Young and non-white Britons likelier to lose jobs after furlough

David Milliken
·2-min read

By David Milliken

LONDON (Reuters) - Twice as many young and non-white British workers have lost their jobs after going on furlough compared with the average, largely because they are more likely to work in sectors hit hardest by the coronavirus pandemic, a study showed.

The Resolution Foundation think tank said 19% of workers aged 18-24 and 22% of ethnic minority staff had lost their job after being furloughed, compared with 9% of employees overall.

The study was based on a survey of 6,000 people conducted in late September, carried out by polling company YouGov.

Job losses were most common in the hospitality and leisure sectors, and for those whose work was already insecure before the crisis - categories in which younger and non-white workers more commonly find themselves in Britain.

Race on its own did not seem to be a big factor but age did appear to play a partial role, with younger workers more likely to leave employment even after adjusting for some other factors.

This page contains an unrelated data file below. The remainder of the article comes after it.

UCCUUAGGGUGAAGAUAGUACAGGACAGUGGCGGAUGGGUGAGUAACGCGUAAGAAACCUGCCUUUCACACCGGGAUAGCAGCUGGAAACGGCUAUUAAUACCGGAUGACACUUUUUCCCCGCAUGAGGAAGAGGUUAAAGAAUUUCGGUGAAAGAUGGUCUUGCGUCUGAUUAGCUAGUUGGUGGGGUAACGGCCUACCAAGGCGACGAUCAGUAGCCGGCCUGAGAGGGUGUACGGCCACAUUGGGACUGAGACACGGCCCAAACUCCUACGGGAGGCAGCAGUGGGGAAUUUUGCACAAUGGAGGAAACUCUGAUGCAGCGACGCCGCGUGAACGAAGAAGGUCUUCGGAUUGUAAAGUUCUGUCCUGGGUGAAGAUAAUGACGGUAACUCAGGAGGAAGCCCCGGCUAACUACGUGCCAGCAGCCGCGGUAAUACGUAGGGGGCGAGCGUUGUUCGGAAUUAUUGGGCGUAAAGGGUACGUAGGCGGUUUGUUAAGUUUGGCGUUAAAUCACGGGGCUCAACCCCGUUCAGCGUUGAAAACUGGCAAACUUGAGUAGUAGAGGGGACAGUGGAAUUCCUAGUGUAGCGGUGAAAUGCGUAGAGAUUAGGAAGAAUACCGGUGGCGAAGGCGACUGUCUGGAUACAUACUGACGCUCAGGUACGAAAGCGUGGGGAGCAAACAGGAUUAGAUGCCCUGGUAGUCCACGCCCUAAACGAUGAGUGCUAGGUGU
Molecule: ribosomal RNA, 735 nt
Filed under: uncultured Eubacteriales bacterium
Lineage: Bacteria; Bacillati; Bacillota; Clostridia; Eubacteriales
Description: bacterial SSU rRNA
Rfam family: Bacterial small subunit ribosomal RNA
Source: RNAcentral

"Worryingly, fewer than half of those who have lost their jobs during the pandemic have been able to find work since," Resolution Foundation analyst Kathleen Henehan said.

"This suggests that even if the public health crisis recedes in a few months' time, Britain's jobs crisis will be with us for far longer."

Few job seekers applied for roles outside the sectors where they had previously worked, due to a lack of other experience, raising the risk of long-term unemployment.

Some 9 million jobs - around a third of those in the private sector - were furloughed at the peak of the pandemic, with employees receiving 80% of their normal pay.

Slightly over 2 million jobs remain partly or fully furloughed.

Britain's unemployment rate stood at 4.5% in the three months to August, according to official data. The Resolution Foundation estimated the jobless rate in September was around 7%, rising to 20% for those aged 18-24.

(Reporting by David Milliken; Editing by William Schomberg)